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I came across this question in my research. Couldn't think of an answer, or find an answer anywhere.

Is there an example of a finite (weakly) connected regular digraph which is not strongly connected?

By (weakly) connected digraph $D$, I mean the underlying undirected graph is connected.

A digraph $D$ is strongly connected if any vertex is reachable from any other vertex.

By a $d$-regular digraph, I mean a digraph $D$, such that every vertex $x$ has $d$ arcs going out of $x$ and $d$ arcs coming into $x$. Also, we allow the possibility of both parallel arcs and loops (loop is understood as an arc going both in and out) and also parallel loops.

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    $\begingroup$ Are you talking about very specifically a graph which is connected in the first place? Because otherwise, take any zero-regular graph on multiple vertices, or take the disjoint union of two separate triangles ($K_3$)'s which would be a one-regular graph on six vertices with there being no path from any vertex in the one triangle to the other... $\endgroup$
    – JMoravitz
    Commented Jan 22, 2018 at 3:23
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    $\begingroup$ Sorry. Of course, I mean graphs which are connected. I forgot to write it down. I fixed it. $\endgroup$
    – Hamed
    Commented Jan 22, 2018 at 3:26
  • $\begingroup$ Can the graph be infinite? $\endgroup$ Commented Jan 22, 2018 at 3:34
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    $\begingroup$ You should also specify that the graph be finite. Otherwise, the integers as treated as a $1$-regular digraph with directed edge from $a$ to $b$ iff $a+1=b$ would be another counterexample as every directed path only ever goes up but not down. $\endgroup$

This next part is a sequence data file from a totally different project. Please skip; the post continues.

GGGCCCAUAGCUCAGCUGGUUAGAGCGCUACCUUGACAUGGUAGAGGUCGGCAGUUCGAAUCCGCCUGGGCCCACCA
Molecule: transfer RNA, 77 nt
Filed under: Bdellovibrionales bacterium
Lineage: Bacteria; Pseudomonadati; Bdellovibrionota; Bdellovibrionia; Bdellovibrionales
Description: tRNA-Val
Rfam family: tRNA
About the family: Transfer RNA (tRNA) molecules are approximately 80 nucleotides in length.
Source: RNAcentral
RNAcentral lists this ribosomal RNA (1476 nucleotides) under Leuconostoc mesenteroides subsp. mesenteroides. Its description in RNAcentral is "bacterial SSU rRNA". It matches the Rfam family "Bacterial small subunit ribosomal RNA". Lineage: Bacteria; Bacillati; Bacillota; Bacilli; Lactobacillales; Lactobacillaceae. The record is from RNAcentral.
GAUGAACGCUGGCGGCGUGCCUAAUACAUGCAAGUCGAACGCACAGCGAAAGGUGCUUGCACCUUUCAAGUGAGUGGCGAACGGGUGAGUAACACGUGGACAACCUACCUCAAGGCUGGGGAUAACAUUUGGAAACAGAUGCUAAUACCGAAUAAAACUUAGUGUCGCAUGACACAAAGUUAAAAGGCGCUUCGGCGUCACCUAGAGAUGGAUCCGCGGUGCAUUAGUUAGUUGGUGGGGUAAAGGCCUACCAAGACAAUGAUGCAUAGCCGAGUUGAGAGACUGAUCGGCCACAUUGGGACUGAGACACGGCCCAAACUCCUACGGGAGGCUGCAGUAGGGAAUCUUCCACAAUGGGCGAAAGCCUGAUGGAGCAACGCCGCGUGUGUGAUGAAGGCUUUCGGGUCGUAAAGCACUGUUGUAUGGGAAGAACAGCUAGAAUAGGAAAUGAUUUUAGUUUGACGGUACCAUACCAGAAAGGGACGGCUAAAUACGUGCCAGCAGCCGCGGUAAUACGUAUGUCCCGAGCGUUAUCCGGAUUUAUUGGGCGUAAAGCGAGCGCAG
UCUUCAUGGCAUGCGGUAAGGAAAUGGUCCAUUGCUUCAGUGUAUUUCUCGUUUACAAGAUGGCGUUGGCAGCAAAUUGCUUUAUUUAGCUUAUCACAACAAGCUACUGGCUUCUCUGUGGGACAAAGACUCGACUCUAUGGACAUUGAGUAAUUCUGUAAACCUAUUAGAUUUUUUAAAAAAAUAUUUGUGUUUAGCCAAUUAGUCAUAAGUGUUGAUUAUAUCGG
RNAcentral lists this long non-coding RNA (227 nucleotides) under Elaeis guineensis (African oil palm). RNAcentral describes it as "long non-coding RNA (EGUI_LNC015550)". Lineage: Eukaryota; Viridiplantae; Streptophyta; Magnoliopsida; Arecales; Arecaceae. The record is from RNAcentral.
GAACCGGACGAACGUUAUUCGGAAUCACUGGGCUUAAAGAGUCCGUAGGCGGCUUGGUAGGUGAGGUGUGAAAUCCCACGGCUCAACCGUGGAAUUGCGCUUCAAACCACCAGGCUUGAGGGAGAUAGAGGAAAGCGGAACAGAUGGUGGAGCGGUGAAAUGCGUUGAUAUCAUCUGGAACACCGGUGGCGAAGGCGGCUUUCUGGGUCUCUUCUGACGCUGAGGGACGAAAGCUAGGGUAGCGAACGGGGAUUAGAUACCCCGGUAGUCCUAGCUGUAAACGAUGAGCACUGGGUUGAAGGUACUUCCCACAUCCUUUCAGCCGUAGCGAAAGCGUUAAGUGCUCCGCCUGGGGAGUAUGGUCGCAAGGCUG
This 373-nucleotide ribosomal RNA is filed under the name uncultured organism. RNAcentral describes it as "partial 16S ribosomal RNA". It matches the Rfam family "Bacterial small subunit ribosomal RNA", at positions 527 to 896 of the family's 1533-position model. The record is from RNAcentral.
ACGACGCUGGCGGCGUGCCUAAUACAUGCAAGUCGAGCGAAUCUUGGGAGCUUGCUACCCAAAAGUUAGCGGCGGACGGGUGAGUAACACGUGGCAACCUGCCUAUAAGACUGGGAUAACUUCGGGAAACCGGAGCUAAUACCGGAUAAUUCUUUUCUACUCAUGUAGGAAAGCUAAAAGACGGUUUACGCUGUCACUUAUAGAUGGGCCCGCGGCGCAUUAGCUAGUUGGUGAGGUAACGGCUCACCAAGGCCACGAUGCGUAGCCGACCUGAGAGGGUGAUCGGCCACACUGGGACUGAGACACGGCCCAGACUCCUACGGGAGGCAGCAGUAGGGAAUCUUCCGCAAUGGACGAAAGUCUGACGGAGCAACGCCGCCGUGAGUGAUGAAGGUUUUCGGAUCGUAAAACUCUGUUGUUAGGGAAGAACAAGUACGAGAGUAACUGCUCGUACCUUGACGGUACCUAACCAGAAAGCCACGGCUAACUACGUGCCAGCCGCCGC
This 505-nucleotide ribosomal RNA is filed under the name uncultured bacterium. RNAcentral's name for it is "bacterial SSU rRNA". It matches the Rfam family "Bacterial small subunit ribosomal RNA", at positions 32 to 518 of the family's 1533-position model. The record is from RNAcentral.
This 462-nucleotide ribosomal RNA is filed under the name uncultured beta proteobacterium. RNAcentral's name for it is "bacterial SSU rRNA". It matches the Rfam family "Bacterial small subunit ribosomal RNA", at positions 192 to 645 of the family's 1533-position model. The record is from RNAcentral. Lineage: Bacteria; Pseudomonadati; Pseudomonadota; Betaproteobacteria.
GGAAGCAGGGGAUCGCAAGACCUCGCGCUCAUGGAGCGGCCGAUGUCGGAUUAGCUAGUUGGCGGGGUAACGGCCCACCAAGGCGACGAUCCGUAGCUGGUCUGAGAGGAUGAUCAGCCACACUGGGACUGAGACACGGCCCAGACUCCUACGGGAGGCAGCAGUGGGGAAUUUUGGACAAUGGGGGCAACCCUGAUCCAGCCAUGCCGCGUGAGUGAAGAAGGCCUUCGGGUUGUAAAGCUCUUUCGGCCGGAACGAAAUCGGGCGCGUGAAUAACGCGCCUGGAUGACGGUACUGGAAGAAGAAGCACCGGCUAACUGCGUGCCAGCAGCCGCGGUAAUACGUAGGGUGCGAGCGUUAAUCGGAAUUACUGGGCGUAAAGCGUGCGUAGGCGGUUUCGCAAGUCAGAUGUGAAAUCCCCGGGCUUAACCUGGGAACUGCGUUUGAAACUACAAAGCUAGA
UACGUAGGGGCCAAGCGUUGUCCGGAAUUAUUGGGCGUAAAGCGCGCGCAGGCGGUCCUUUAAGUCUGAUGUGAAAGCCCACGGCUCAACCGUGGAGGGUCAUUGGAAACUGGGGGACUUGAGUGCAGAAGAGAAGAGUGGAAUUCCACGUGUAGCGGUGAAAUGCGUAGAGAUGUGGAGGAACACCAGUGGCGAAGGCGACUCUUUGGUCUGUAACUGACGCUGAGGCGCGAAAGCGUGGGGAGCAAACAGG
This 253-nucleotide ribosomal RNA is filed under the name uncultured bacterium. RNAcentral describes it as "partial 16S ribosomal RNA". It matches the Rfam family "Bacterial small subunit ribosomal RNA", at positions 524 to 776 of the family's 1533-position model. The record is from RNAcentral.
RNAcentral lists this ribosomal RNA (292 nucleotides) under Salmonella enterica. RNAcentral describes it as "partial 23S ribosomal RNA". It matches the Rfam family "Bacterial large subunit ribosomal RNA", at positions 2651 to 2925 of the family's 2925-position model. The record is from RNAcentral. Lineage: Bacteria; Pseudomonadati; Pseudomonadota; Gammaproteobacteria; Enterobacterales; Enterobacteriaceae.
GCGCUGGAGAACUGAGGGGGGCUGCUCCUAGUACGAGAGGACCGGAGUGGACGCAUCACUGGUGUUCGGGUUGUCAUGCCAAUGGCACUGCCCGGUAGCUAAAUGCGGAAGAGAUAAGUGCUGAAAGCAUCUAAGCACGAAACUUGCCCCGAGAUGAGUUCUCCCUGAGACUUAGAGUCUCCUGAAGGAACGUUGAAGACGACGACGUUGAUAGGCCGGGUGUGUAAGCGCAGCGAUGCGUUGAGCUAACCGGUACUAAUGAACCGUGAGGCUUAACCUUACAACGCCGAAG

– JMoravitz
    Commented Jan 22, 2018 at 3:34
  • $\begingroup$ I added finiteness too. Thanks. $\endgroup$
    – Hamed
    Commented Jan 22, 2018 at 3:37

1 Answer 1

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Suppose $G = (V,E)$ is a finite, weakly connected, $d$-regular directed graph. Since $G$ is weakly connected, any cut that separates $V$ into two non-empty subsets is crossed by at least one edge.

The number of edges that cross said cut in each direction must be the same, or else $G$ wouldn't be finite and regular. In particular, there is at least one edge in each direction.

If there are vertices $u$ and $v$ such that there is no path in $G$ from $u$ to $v$, there must be a cut in $G$ such that $u$ and $v$ are on opposite sides of the cut and there is no edge of $G$ crossing from $u$'s side to $v$'s side.

But $d$-regularity means that there is no edge across that cut in the opposite direction either, contradicting the weak connectedness of $G$.

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  • $\begingroup$ OK. I see your point. Let me think about it for a minute. $\endgroup$ Commented Jan 22, 2018 at 4:27
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    $\begingroup$ The proof should be fixed now. $\endgroup$ Commented Jan 22, 2018 at 5:25

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